Recognizing the Early Inhabitants
Chicago Southland Touched with Native American Influence
Before the European settlers made their way to Northern Illinois, the area was inhabited by Native Americans. You’ll find subtle references to early tribes and attractions honoring them within the area.
Be surrounded by the native prairie that American Indians would have seen at Indian Boundary Prairies in Markham. Over 300 acres of pristine Illinois prairie land appears as it did pre-settlement among the four primary sites - Dropseed, Gensburg-Markham, Paintbrush and Sundrop Prairies. Among the Midwestern tall grass, it is estimated that 95 percent of the pre-settlement plant and animal species native to the sites continue to thrive. Besides preservation efforts, the Friends of Indian Boundary Prairies schedule a number of community and educational outreach programs.
The Great Sauk Trail was a well-worn American Indian thoroughfare that now forms the southern boundary of Sauk Trail Woods Forest Preserve. With beautiful views of Sauk Lake and five miles of paved trails, this inviting 630-acre preserve echoes the region’s past while providing recreational opportunities for visitors.
A Sauk Trail mile marker between Ashland and Western Avenues in South Chicago Heights marks the McCoy residence, which was a respite for Native American and early settlers as they traveled the country. Brown’s Corner at Chicago Road and Sauk Trail was the site of the Adam Brown Cabin and Tavern, where early settlers also stopped. A plaque exists at the northwest corner where a Walgreens store now stands. The four lampposts also state that the corner is known as Brown’s Corner. Both the Sauk Trail and Brown’s Corner were also part of the Underground Railroad.
The books Calumet Beginnings by Kenneth J. Schoon and Chicago Highways Old and New: From Indian Trail to Motor Road by Milo Quaife both explore Native American history in the Chicago Southland.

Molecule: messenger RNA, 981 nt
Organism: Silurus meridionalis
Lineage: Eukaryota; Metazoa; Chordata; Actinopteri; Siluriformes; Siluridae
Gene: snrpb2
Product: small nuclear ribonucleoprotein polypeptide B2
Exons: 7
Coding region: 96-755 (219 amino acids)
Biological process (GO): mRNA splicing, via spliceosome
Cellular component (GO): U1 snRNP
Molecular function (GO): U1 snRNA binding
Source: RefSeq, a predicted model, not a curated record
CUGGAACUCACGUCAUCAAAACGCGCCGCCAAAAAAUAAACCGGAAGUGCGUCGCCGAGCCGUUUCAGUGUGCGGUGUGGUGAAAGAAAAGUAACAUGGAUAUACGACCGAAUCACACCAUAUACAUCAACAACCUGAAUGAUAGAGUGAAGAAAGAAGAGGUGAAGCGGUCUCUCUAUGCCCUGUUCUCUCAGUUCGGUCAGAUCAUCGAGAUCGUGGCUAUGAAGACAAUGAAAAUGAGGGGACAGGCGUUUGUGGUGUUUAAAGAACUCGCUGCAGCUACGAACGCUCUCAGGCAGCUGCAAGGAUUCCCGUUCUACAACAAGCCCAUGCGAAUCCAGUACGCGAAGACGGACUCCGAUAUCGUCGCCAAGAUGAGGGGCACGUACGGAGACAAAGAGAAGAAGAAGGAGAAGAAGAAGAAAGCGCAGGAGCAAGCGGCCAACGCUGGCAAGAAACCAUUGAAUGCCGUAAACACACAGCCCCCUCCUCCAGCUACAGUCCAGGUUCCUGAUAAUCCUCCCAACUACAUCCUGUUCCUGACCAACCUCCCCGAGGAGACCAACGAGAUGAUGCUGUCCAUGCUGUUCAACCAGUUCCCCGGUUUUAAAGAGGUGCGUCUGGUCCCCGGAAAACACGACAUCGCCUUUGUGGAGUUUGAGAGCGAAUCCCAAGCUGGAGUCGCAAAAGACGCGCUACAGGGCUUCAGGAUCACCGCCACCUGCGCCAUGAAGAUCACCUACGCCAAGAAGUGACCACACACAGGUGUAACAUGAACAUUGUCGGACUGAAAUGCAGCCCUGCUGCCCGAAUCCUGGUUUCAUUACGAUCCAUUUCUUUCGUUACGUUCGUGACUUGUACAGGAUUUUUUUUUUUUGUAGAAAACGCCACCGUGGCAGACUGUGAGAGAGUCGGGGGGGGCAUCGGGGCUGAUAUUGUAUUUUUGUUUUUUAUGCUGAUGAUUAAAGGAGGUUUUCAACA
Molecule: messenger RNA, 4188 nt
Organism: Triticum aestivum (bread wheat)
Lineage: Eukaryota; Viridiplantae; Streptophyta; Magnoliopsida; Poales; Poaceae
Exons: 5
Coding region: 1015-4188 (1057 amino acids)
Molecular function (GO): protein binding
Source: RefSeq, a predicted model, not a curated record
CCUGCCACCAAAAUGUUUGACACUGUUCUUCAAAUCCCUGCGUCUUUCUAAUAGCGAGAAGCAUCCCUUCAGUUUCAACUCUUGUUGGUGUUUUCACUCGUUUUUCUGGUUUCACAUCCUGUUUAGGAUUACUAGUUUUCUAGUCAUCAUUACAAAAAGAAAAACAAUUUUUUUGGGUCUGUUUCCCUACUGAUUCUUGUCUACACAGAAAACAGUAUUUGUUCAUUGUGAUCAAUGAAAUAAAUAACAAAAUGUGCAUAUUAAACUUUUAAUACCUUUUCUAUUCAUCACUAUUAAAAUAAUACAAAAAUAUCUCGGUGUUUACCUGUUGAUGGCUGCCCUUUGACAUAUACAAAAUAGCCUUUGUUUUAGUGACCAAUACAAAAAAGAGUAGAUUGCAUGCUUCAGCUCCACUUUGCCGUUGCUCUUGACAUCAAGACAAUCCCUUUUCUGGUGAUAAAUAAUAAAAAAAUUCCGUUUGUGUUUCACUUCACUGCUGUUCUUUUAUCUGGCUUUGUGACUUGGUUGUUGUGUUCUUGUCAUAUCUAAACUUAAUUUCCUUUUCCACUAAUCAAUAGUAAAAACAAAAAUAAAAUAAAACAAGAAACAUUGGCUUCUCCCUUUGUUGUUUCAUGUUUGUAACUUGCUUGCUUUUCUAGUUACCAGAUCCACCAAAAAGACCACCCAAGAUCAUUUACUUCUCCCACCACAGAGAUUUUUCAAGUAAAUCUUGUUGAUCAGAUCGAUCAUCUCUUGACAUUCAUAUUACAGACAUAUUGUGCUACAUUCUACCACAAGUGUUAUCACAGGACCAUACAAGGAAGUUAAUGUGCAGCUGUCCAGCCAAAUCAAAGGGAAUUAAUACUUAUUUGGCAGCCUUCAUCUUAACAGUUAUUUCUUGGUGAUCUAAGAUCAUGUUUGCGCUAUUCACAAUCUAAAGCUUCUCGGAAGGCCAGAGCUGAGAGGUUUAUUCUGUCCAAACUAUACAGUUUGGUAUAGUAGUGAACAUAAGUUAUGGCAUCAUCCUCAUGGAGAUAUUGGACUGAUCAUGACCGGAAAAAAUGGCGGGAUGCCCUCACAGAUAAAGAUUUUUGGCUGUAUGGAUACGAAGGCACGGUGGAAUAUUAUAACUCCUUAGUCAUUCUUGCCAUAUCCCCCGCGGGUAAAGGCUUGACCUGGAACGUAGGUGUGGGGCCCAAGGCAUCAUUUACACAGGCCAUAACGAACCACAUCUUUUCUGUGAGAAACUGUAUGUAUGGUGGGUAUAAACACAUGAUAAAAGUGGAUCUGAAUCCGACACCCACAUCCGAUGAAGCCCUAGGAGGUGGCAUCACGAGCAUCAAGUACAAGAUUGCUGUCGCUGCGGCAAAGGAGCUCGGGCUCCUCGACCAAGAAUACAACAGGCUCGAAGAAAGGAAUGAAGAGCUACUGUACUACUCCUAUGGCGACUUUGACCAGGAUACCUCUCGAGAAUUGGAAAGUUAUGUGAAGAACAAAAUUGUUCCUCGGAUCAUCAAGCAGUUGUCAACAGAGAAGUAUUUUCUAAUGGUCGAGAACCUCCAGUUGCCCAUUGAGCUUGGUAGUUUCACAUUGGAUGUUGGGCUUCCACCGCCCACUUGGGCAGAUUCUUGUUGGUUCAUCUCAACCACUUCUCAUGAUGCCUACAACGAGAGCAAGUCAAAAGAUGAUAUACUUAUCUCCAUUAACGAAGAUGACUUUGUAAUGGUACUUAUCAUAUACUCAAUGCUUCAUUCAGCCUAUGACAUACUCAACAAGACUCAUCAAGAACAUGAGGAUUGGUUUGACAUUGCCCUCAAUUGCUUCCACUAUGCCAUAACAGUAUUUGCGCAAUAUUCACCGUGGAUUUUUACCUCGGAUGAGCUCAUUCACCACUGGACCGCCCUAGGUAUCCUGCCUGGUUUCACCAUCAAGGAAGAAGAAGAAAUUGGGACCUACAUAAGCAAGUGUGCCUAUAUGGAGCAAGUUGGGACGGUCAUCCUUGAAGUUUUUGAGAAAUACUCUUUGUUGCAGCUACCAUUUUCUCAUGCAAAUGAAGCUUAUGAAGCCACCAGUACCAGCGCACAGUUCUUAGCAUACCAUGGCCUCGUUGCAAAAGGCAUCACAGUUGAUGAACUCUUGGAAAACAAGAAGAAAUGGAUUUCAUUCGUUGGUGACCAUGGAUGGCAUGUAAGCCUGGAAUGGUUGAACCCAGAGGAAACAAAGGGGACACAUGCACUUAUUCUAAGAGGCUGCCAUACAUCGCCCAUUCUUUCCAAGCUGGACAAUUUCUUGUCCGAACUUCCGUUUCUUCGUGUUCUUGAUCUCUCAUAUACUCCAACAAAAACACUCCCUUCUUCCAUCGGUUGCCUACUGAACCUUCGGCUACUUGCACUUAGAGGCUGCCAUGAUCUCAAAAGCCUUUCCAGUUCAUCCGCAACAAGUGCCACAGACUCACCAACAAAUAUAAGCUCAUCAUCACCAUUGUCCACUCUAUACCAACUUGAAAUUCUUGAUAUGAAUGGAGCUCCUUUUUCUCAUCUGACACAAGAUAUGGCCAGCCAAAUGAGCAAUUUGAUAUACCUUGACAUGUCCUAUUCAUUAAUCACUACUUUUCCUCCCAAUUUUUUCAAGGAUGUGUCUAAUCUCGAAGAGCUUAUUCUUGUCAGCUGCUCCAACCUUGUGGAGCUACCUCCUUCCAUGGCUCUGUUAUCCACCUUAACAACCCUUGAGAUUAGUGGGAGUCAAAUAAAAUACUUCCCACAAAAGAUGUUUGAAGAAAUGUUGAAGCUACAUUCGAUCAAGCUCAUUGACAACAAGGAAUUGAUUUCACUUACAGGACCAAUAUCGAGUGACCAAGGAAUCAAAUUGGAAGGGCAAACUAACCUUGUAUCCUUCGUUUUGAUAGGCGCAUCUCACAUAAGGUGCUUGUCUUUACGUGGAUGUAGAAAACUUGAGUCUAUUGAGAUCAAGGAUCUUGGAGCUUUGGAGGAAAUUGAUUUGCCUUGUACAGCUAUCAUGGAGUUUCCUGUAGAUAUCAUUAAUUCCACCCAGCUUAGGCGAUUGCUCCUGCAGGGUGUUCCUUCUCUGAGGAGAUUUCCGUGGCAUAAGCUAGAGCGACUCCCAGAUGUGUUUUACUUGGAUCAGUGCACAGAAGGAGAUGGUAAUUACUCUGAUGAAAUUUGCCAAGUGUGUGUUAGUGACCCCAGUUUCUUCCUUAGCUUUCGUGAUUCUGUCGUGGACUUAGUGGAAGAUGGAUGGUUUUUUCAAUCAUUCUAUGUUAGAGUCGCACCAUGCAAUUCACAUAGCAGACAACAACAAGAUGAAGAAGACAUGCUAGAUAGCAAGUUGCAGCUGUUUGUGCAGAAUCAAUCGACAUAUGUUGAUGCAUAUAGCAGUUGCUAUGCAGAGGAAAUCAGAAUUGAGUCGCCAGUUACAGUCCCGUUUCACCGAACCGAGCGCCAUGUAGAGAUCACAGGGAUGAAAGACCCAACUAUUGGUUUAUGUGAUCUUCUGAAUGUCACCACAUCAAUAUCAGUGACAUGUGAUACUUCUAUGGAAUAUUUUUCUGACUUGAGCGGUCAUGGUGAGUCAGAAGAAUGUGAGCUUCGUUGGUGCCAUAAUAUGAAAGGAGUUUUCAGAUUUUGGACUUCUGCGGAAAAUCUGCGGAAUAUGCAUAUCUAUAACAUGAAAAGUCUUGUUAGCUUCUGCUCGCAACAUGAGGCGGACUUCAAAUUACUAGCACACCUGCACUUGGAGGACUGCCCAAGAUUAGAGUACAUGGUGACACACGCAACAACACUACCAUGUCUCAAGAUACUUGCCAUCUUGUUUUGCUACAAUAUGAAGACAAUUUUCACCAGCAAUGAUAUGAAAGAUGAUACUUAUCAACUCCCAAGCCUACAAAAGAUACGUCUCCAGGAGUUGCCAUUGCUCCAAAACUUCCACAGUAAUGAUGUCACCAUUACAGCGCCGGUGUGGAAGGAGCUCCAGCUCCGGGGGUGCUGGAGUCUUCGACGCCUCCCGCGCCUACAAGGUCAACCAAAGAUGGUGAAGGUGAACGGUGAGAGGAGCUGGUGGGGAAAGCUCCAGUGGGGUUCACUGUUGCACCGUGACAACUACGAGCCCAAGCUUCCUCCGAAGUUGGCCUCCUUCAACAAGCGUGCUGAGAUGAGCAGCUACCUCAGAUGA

Connected to the Ho-Chunk Nation, the Southland Center is a major state-of-the-art sports facility that features Desso Turf flooring, batting cages, four wood-floor basketball courts and additional space to accommodate multiple sports - soccer, dance, martial arts, baseball, cheerleading, basketball, gymnastics, lacrosse, football and volleyball. The facility boasts a new 4,000 square-foot concessions area and a full-service restaurant. The site has also hosted major competitions and exhibitions such as the American Cornhole Midwest Major and the BB2 Rodeo. The facility is owned and operated by the Ho-Chunk Nation of Wisconsin, one of two federally recognized tribes that were once a single tribe formerly known as Winnebago.
At some of the area historical societies, you’ll find bits of the story of the Native Americans who lived here before us, but the most extensive collection can be found at the Thornton Historical Society, where there is a full room dedicated to local Native American history. The last two Indian tribes in the area were the Miami Indians (Thornton Village site) and the Potawatomies.
Many of our roads were trails for Native Americans because they were once the shoreline of Lake Michigan. Some of the main routes they traveled are now Sauk Trail, Glenwood-Dyer Road, Ridge Road, Michigan City Road and Dixie Highway. These routes, that are not laid out in the typical grid pattern but are angled like trails, sit on higher ground, which allowed Native Americans to travel and settle around water.
Sand Ridge Nature Center in South Holland holds the annual Archaeology Day in September with archaeology displays, guided hikes, traditional crafts and more aimed at promoting a better understanding and appreciation of historic Native American culture.
If you look at names of communities in the Southland, you’ll find many stem from Native American language. Mokena is derived from Native American language meaning “mud turtle.” A calumet is a long-stemmed, ornamental peace pipe used by North American Indians and the name is used in the communities of Calumet City and Calumet Park. Sauk Village is named for the Sauk tribes that once resided in the Midwest.